Amid a Booming Art Market, Sean Kelly Is Taking His Gallery Bicoastal With a High-Profile New Los Angles Outpost Run by His Son

The 10,000-square-foot space will debut with a solo show of work by Idris Khan.

Sean Kelly L.A. Courtesy Sean Kelly.

For years, as megagalleries like Pace and Hauser & Wirth spread their tentacles around the globe, Sean Kelly seemed committed to remaining a single-city gallery. But times have changed. The dealer, who works with artists including Marina Abramovic, Dawoud Bey, and Alec Soth, will open a major new space in Los Angeles in spring 2022.

After resisting expansion for most of his career, this will mark the dealer’s second outpost in four years; in 2019, he launched a project space in Taipei.

“I’ve been in America for over 30 years, and we have a lot of good clients, friends, and colleagues out there,” Kelly told Artnet News of the decision to go west. Many artists who have been priced out of New York in recent years have relocated to Los Angeles, he added, and there is a huge amount of barely tapped potential collectors in San Francisco.

“We looked at our roster of artists, and many of them have associations with L.A., but they’re not represented by galleries in L.A. and this an opportunity to really take the core of our program into the city and expand it,” he said, adding that L.A. is undoubtedly “booming as a cultural center.”

Kelly’s son, Thomas Kelly, 36, will move his family from New York in order to lead the new space, where he has committed to work for the next five years. At a time when many established dealers, from Paula Cooper to Gagosian, are thinking about succession, Kelly—whose daughter, Lauren, also works in the family business—wants to give his children room to find their footing.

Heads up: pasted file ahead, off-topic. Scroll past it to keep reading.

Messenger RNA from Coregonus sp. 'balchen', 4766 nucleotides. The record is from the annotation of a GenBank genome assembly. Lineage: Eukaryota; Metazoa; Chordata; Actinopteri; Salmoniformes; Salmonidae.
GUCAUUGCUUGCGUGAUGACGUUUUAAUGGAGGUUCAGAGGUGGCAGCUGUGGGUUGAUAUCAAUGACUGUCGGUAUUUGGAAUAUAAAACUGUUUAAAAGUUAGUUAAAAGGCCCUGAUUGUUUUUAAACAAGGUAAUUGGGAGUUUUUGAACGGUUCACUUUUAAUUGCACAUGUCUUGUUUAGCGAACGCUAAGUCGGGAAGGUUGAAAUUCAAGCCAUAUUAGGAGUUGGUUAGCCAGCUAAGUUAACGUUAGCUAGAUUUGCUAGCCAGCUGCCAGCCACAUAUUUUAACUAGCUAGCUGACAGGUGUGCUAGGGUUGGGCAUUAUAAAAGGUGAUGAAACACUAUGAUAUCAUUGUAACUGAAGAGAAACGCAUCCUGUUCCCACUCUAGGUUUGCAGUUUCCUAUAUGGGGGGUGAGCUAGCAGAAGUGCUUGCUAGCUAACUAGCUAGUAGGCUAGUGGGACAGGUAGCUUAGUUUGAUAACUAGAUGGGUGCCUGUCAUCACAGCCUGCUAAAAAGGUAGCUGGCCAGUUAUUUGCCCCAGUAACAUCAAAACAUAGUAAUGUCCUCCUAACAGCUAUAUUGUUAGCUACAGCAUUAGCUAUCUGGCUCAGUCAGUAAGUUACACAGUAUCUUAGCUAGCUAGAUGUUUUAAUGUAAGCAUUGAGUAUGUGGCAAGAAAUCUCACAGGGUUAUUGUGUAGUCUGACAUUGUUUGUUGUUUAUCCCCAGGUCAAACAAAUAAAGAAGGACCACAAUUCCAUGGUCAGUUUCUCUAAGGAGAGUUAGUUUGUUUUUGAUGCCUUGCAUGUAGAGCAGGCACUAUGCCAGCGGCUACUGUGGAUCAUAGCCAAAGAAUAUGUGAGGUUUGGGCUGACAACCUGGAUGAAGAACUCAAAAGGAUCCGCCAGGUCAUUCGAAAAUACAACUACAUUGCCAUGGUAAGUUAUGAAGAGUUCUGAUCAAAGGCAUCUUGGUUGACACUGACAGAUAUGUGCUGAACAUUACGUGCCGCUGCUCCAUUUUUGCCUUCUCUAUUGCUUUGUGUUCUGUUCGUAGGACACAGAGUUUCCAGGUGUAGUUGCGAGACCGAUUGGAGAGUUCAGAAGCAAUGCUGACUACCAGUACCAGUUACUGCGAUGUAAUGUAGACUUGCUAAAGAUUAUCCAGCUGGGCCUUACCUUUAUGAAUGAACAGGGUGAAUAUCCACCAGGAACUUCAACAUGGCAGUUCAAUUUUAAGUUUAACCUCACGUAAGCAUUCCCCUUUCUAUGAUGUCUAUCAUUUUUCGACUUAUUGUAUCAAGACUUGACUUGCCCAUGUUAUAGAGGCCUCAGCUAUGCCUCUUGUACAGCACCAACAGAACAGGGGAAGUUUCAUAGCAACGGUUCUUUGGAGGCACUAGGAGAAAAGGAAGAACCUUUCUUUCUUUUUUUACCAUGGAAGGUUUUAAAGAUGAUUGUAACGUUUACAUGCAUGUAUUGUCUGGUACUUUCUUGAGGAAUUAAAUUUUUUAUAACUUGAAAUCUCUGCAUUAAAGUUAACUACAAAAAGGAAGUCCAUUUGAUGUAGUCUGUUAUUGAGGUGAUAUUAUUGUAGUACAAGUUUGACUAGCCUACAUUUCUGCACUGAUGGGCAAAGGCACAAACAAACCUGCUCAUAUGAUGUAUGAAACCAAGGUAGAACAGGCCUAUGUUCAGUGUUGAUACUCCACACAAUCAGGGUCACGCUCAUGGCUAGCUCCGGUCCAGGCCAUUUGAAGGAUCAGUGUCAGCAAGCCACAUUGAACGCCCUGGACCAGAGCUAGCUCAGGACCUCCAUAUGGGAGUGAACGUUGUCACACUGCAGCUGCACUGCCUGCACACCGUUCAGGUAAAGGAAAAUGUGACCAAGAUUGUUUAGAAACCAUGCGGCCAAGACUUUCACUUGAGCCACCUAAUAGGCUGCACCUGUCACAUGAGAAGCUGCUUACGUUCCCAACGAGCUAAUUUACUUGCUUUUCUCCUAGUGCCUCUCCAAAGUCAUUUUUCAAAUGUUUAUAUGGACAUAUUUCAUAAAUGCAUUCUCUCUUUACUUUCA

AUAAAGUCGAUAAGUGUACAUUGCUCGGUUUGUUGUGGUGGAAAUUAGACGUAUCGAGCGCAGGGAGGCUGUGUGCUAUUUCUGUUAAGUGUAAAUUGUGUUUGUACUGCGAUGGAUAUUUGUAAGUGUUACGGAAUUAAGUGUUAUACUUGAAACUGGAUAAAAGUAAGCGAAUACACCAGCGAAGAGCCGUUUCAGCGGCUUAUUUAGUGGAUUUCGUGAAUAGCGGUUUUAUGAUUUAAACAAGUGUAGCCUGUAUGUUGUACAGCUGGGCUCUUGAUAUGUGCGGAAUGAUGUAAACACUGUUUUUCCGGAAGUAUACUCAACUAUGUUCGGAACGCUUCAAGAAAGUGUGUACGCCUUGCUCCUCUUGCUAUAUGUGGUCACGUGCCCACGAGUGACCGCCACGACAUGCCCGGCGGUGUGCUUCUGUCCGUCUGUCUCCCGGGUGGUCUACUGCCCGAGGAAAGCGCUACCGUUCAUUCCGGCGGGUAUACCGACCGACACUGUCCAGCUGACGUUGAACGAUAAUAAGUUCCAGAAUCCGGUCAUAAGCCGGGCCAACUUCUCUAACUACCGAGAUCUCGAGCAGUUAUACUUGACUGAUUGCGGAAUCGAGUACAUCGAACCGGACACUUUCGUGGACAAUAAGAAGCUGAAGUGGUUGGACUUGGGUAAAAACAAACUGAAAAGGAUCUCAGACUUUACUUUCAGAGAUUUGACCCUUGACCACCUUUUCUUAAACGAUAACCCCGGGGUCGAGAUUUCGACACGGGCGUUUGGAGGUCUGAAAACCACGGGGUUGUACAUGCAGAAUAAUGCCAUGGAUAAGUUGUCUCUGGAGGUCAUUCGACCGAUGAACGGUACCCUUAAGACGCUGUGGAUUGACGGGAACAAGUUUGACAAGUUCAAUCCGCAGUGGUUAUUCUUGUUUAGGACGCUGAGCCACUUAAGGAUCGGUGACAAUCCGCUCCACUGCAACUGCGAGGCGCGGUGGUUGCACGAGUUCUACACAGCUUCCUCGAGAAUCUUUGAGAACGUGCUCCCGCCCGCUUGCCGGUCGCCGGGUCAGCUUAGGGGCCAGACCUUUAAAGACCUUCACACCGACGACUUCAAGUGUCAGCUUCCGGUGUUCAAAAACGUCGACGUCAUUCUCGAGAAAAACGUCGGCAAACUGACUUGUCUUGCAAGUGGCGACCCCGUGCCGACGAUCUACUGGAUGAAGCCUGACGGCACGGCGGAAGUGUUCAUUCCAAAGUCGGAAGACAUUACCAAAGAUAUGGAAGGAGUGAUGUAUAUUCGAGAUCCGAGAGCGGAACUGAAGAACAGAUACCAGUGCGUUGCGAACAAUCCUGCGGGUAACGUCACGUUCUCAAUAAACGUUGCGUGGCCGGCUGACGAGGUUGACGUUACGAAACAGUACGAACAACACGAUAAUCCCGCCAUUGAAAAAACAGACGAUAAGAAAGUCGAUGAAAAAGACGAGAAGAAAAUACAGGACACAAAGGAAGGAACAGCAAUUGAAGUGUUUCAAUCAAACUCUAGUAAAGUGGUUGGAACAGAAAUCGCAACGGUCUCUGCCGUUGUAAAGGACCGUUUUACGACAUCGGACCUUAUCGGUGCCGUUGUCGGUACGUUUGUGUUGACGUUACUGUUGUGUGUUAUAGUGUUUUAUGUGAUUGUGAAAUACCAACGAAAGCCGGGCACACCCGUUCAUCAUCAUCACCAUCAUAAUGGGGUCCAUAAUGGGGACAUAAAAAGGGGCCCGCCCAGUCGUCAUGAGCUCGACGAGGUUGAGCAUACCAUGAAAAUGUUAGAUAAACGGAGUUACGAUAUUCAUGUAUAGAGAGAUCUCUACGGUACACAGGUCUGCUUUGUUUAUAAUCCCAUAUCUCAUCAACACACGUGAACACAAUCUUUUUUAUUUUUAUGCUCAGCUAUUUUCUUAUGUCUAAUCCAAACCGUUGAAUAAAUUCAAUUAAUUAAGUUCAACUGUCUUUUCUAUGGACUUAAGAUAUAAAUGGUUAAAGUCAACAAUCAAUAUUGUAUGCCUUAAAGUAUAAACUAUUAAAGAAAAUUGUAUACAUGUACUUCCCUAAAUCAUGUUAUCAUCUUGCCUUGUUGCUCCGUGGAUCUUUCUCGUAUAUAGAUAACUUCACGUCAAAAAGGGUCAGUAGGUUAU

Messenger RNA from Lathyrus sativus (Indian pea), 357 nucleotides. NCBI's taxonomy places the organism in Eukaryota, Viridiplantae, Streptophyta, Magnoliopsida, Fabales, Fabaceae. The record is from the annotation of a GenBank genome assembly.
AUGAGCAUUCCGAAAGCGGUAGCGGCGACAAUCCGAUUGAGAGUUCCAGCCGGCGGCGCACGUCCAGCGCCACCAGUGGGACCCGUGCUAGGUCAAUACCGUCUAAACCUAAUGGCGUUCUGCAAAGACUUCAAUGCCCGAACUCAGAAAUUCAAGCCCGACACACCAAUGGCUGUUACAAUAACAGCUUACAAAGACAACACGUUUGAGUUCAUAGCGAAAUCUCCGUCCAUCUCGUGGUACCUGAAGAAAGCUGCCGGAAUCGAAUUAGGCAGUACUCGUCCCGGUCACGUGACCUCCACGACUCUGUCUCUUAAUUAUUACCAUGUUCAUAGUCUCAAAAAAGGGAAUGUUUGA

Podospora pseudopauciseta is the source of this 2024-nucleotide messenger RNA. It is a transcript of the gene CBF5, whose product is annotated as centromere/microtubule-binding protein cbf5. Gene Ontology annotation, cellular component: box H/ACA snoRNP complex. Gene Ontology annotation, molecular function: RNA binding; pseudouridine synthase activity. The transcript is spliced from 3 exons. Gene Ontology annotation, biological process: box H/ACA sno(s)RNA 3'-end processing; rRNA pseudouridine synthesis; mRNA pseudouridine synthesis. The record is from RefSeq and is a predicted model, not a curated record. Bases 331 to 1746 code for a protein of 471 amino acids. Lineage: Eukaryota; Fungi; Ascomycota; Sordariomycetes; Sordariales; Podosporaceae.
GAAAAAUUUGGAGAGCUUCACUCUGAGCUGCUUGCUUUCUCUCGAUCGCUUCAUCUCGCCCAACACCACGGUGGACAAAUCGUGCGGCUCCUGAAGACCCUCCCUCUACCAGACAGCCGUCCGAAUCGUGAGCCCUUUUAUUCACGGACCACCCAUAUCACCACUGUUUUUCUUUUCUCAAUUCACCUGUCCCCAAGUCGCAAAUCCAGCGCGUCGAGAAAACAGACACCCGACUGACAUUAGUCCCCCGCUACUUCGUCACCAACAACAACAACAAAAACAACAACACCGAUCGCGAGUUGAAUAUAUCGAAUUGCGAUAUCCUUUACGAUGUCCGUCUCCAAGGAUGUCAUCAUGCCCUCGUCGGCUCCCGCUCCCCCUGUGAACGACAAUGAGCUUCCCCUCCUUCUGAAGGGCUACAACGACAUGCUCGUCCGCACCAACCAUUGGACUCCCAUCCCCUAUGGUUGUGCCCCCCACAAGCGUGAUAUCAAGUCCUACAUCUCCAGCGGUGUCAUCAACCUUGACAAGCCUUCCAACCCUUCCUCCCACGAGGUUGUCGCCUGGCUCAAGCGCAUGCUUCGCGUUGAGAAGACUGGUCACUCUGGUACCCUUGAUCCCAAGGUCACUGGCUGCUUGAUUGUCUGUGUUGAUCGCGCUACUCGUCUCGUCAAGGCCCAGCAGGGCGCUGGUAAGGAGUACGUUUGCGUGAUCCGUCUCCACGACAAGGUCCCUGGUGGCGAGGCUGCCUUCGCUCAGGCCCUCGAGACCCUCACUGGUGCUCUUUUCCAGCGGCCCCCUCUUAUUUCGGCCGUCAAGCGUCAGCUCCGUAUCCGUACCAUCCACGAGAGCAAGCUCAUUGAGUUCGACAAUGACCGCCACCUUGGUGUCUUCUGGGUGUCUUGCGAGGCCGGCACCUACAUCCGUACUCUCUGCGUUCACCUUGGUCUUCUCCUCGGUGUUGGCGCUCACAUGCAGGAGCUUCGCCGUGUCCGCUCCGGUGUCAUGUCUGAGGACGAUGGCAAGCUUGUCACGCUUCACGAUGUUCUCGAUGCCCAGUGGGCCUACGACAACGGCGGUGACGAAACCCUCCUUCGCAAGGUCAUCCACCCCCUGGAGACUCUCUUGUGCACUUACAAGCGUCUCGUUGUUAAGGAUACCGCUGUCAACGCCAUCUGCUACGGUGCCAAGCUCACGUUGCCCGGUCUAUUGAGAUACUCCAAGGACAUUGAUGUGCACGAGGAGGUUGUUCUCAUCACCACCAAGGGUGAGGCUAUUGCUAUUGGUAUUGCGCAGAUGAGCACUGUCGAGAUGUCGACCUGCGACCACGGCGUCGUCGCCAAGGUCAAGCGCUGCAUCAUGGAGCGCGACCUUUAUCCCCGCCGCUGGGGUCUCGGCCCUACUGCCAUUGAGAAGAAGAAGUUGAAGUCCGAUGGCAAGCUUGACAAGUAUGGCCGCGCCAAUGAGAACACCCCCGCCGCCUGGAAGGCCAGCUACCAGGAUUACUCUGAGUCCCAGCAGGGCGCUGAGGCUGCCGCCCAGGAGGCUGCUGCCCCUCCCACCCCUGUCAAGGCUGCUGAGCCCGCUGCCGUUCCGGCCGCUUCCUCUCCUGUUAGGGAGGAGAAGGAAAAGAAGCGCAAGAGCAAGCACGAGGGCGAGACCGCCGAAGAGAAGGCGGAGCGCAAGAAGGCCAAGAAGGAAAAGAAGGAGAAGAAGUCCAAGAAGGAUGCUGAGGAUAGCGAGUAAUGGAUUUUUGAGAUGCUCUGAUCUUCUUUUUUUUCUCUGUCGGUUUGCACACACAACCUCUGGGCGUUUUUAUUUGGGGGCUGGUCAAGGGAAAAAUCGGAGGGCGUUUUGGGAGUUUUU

“I think that’s one of the most exciting things for Tom and one of the most exciting opportunities for the gallery is to have a younger member of the team out there connected to the pulse of what’s going on in the city,” Kelly said.

The L.A. gallery will function somewhat independently from its New York sibling, showing some new artists and serving as a scout for others to bring to New York. “It’s very much a kind of cultural corridor and for us, it’s going to flow in two directions,” Kelly said.

The 10,000-square-foot space at 1357 N Highland Avenue will be designed by Toshiko Mori, who also designed Kelly’s current New York gallery, in collaboration with the Los Angeles firm Hye-Young Chung Architecture. It will debut with a solo exhibition of new work by British painter Idris Khan.

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